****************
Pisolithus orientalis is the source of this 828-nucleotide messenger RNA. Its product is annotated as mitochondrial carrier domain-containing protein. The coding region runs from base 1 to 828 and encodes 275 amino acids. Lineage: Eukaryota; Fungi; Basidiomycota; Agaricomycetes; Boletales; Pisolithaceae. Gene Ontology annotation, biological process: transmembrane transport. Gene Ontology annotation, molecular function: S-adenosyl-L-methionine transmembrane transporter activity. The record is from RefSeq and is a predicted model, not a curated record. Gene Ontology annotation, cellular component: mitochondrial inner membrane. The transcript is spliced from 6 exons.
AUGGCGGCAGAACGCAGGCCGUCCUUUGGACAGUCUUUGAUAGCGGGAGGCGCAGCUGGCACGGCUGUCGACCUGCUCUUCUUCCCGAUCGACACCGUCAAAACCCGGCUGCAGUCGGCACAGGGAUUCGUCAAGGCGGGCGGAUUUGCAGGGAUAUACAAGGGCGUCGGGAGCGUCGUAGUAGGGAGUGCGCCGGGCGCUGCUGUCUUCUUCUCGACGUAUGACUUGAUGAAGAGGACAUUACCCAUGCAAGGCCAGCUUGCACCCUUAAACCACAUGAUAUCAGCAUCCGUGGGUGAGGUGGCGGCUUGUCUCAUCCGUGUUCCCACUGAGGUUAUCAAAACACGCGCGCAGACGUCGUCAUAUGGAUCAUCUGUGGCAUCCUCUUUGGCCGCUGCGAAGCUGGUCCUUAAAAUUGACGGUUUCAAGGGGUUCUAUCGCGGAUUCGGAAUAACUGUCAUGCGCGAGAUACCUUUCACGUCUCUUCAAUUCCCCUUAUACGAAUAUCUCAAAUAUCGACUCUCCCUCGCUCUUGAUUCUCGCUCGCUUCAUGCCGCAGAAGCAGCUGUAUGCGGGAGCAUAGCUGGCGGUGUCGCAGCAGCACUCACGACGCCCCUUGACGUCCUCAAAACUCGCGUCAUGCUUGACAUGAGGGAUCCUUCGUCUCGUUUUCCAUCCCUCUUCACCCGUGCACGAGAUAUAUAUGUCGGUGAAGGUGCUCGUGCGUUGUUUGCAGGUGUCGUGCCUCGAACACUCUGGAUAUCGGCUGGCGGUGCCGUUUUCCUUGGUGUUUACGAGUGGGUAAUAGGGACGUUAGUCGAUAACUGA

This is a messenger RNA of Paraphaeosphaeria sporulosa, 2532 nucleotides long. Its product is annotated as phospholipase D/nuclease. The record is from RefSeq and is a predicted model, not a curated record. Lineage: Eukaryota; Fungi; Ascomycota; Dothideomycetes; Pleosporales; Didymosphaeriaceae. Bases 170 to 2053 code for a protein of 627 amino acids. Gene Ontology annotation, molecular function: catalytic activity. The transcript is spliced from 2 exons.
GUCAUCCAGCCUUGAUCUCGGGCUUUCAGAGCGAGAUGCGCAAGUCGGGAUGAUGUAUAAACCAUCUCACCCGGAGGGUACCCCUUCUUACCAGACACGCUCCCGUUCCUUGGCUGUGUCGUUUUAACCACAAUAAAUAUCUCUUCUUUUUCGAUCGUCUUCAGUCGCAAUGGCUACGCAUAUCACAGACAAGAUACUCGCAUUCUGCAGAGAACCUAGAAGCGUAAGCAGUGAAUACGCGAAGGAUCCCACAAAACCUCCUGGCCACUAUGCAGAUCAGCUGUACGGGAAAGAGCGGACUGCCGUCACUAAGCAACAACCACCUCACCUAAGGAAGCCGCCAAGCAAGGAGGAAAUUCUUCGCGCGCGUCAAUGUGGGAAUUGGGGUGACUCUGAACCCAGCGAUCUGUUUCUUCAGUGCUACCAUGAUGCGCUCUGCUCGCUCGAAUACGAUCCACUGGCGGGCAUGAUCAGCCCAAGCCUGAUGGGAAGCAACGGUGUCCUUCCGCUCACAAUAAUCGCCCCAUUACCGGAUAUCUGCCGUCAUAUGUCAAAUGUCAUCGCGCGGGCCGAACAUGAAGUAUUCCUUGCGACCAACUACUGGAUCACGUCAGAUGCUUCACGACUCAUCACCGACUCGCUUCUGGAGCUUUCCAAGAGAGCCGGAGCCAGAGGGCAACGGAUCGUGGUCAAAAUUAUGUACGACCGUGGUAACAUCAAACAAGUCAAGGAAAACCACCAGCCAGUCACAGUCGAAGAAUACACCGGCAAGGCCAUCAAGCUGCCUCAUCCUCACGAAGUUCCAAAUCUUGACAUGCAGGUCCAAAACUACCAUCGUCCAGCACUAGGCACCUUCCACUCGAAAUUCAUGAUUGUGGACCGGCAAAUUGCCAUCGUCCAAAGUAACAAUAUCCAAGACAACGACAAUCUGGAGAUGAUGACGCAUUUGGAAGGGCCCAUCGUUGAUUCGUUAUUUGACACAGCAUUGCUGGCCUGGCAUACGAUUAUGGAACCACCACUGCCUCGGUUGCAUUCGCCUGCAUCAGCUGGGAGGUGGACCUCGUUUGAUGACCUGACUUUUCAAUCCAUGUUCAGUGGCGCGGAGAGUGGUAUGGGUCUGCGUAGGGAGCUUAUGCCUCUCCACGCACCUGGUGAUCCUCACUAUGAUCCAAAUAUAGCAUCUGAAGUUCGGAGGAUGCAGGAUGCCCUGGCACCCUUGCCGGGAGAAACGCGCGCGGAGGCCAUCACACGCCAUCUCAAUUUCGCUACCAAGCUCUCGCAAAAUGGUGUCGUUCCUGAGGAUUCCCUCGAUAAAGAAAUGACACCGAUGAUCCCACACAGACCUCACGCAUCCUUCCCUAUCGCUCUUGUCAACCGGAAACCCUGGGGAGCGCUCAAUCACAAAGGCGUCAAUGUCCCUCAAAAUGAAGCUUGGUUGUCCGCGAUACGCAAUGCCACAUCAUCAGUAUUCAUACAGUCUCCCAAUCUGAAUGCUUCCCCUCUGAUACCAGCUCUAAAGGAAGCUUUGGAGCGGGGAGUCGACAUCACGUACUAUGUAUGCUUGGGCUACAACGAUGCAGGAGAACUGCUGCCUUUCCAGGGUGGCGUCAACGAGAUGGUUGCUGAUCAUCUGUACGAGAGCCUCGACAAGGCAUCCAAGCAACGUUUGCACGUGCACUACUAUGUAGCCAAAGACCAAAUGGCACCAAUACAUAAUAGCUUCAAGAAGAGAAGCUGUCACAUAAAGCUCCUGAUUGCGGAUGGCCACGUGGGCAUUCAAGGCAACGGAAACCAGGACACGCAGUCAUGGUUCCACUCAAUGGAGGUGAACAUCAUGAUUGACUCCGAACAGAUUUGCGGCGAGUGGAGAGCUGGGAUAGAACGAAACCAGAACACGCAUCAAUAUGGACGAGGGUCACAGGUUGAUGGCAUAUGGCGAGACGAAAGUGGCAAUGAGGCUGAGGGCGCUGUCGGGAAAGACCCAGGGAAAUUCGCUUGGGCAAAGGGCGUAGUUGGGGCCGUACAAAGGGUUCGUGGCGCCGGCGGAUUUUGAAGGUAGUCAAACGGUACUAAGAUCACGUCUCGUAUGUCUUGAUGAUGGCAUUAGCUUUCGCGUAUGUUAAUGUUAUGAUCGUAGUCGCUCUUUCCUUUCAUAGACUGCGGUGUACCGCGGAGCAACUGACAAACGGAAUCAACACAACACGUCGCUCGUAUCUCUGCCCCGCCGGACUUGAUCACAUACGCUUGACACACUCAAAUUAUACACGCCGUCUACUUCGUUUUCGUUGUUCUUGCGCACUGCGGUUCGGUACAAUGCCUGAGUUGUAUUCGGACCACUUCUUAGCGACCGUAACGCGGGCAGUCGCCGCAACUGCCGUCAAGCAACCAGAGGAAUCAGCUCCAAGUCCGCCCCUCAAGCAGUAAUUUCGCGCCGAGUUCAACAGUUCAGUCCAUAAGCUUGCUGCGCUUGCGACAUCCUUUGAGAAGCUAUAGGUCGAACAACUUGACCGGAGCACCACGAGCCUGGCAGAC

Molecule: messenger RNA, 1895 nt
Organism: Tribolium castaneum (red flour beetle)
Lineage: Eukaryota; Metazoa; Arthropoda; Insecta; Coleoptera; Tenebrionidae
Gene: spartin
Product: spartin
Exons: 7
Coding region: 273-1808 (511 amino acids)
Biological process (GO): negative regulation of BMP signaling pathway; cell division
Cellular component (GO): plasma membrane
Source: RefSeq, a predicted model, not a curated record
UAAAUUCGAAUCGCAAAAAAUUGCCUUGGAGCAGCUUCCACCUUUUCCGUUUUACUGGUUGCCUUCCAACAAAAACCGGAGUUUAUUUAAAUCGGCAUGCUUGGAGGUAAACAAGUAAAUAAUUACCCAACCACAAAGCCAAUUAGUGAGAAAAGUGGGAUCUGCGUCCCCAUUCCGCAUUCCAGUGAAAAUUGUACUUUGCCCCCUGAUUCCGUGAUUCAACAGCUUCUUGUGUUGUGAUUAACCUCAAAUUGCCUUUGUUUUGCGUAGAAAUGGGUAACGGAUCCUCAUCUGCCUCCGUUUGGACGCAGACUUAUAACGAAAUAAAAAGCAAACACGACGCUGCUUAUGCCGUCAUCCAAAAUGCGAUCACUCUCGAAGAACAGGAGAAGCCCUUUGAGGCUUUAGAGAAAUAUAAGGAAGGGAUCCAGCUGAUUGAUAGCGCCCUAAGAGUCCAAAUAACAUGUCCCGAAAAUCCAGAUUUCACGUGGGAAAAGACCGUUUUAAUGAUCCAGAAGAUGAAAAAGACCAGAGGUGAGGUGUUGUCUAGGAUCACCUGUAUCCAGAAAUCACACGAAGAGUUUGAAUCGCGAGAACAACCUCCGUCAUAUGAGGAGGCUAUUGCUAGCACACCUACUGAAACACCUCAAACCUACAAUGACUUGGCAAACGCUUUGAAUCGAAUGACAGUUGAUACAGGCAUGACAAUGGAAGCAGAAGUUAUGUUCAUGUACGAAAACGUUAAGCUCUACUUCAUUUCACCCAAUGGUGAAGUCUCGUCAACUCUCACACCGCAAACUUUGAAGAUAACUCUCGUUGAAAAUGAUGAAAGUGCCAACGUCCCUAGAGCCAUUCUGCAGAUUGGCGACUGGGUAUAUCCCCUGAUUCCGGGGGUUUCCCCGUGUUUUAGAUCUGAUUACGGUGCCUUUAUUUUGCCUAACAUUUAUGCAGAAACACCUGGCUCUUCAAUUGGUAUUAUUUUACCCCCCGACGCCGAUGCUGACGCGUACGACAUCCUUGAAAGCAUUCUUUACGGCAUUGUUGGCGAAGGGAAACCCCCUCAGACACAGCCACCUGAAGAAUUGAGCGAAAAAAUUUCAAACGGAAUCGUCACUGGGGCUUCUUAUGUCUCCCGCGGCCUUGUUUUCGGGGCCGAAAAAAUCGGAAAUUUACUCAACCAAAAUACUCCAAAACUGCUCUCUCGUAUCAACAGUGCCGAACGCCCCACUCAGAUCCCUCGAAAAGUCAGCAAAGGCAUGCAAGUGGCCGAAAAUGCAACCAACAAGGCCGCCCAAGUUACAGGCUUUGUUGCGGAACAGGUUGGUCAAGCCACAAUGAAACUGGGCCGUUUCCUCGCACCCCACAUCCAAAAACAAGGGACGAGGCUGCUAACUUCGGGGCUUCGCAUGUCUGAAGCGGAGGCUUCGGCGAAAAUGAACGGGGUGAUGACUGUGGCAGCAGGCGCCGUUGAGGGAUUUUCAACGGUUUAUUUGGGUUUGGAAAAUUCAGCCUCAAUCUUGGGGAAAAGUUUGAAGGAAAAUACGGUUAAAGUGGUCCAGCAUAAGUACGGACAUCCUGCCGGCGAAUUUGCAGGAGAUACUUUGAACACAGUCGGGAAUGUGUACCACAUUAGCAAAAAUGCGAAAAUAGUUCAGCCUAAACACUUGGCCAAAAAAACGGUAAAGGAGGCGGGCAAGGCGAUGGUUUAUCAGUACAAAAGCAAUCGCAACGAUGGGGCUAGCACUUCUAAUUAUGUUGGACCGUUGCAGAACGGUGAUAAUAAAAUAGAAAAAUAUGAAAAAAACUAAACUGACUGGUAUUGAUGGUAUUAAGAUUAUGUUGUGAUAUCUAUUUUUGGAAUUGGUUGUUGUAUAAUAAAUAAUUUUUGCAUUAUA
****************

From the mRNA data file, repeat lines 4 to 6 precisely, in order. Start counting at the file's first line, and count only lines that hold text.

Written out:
GUCAUCCAGCCUUGAUCUCGGGCUUUCAGAGCGAGAUGCGCAAGUCGGGAUGAUGUAUAAACCAUCUCACCCGGAGGGUACCCCUUCUUACCAGACACGCUCCCGUUCCUUGGCUGUGUCGUUUUAACCACAAUAAAUAUCUCUUCUUUUUCGAUCGUCUUCAGUCGCAAUGGCUACGCAUAUCACAGACAAGAUACUCGCAUUCUGCAGAGAACCUAGAAGCGUAAGCAGUGAAUACGCGAAGGAUCCCACAAAACCUCCUGGCCACUAUGCAGAUCAGCUGUACGGGAAAGAGCGGACUGCCGUCACUAAGCAACAACCACCUCACCUAAGGAAGCCGCCAAGCAAGGAGGAAAUUCUUCGCGCGCGUCAAUGUGGGAAUUGGGGUGACUCUGAACCCAGCGAUCUGUUUCUUCAGUGCUACCAUGAUGCGCUCUGCUCGCUCGAAUACGAUCCACUGGCGGGCAUGAUCAGCCCAAGCCUGAUGGGAAGCAACGGUGUCCUUCCGCUCACAAUAAUCGCCCCAUUACCGGAUAUCUGCCGUCAUAUGUCAAAUGUCAUCGCGCGGGCCGAACAUGAAGUAUUCCUUGCGACCAACUACUGGAUCACGUCAGAUGCUUCACGACUCAUCACCGACUCGCUUCUGGAGCUUUCCAAGAGAGCCGGAGCCAGAGGGCAACGGAUCGUGGUCAAAAUUAUGUACGACCGUGGUAACAUCAAACAAGUCAAGGAAAACCACCAGCCAGUCACAGUCGAAGAAUACACCGGCAAGGCCAUCAAGCUGCCUCAUCCUCACGAAGUUCCAAAUCUUGACAUGCAGGUCCAAAACUACCAUCGUCCAGCACUAGGCACCUUCCACUCGAAAUUCAUGAUUGUGGACCGGCAAAUUGCCAUCGUCCAAAGUAACAAUAUCCAAGACAACGACAAUCUGGAGAUGAUGACGCAUUUGGAAGGGCCCAUCGUUGAUUCGUUAUUUGACACAGCAUUGCUGGCCUGGCAUACGAUUAUGGAACCACCACUGCCUCGGUUGCAUUCGCCUGCAUCAGCUGGGAGGUGGACCUCGUUUGAUGACCUGACUUUUCAAUCCAUGUUCAGUGGCGCGGAGAGUGGUAUGGGUCUGCGUAGGGAGCUUAUGCCUCUCCACGCACCUGGUGAUCCUCACUAUGAUCCAAAUAUAGCAUCUGAAGUUCGGAGGAUGCAGGAUGCCCUGGCACCCUUGCCGGGAGAAACGCGCGCGGAGGCCAUCACACGCCAUCUCAAUUUCGCUACCAAGCUCUCGCAAAAUGGUGUCGUUCCUGAGGAUUCCCUCGAUAAAGAAAUGACACCGAUGAUCCCACACAGACCUCACGCAUCCUUCCCUAUCGCUCUUGUCAACCGGAAACCCUGGGGAGCGCUCAAUCACAAAGGCGUCAAUGUCCCUCAAAAUGAAGCUUGGUUGUCCGCGAUACGCAAUGCCACAUCAUCAGUAUUCAUACAGUCUCCCAAUCUGAAUGCUUCCCCUCUGAUACCAGCUCUAAAGGAAGCUUUGGAGCGGGGAGUCGACAUCACGUACUAUGUAUGCUUGGGCUACAACGAUGCAGGAGAACUGCUGCCUUUCCAGGGUGGCGUCAACGAGAUGGUUGCUGAUCAUCUGUACGAGAGCCUCGACAAGGCAUCCAAGCAACGUUUGCACGUGCACUACUAUGUAGCCAAAGACCAAAUGGCACCAAUACAUAAUAGCUUCAAGAAGAGAAGCUGUCACAUAAAGCUCCUGAUUGCGGAUGGCCACGUGGGCAUUCAAGGCAACGGAAACCAGGACACGCAGUCAUGGUUCCACUCAAUGGAGGUGAACAUCAUGAUUGACUCCGAACAGAUUUGCGGCGAGUGGAGAGCUGGGAUAGAACGAAACCAGAACACGCAUCAAUAUGGACGAGGGUCACAGGUUGAUGGCAUAUGGCGAGACGAAAGUGGCAAUGAGGCUGAGGGCGCUGUCGGGAAAGACCCAGGGAAAUUCGCUUGGGCAAAGGGCGUAGUUGGGGCCGUACAAAGGGUUCGUGGCGCCGGCGGAUUUUGAAGGUAGUCAAACGGUACUAAGAUCACGUCUCGUAUGUCUUGAUGAUGGCAUUAGCUUUCGCGUAUGUUAAUGUUAUGAUCGUAGUCGCUCUUUCCUUUCAUAGACUGCGGUGUACCGCGGAGCAACUGACAAACGGAAUCAACACAACACGUCGCUCGUAUCUCUGCCCCGCCGGACUUGAUCACAUACGCUUGACACACUCAAAUUAUACACGCCGUCUACUUCGUUUUCGUUGUUCUUGCGCACUGCGGUUCGGUACAAUGCCUGAGUUGUAUUCGGACCACUUCUUAGCGACCGUAACGCGGGCAGUCGCCGCAACUGCCGUCAAGCAACCAGAGGAAUCAGCUCCAAGUCCGCCCCUCAAGCAGUAAUUUCGCGCCGAGUUCAACAGUUCAGUCCAUAAGCUUGCUGCGCUUGCGACAUCCUUUGAGAAGCUAUAGGUCGAACAACUUGACCGGAGCACCACGAGCCUGGCAGAC

Molecule: messenger RNA, 1895 nt
Organism: Tribolium castaneum (red flour beetle)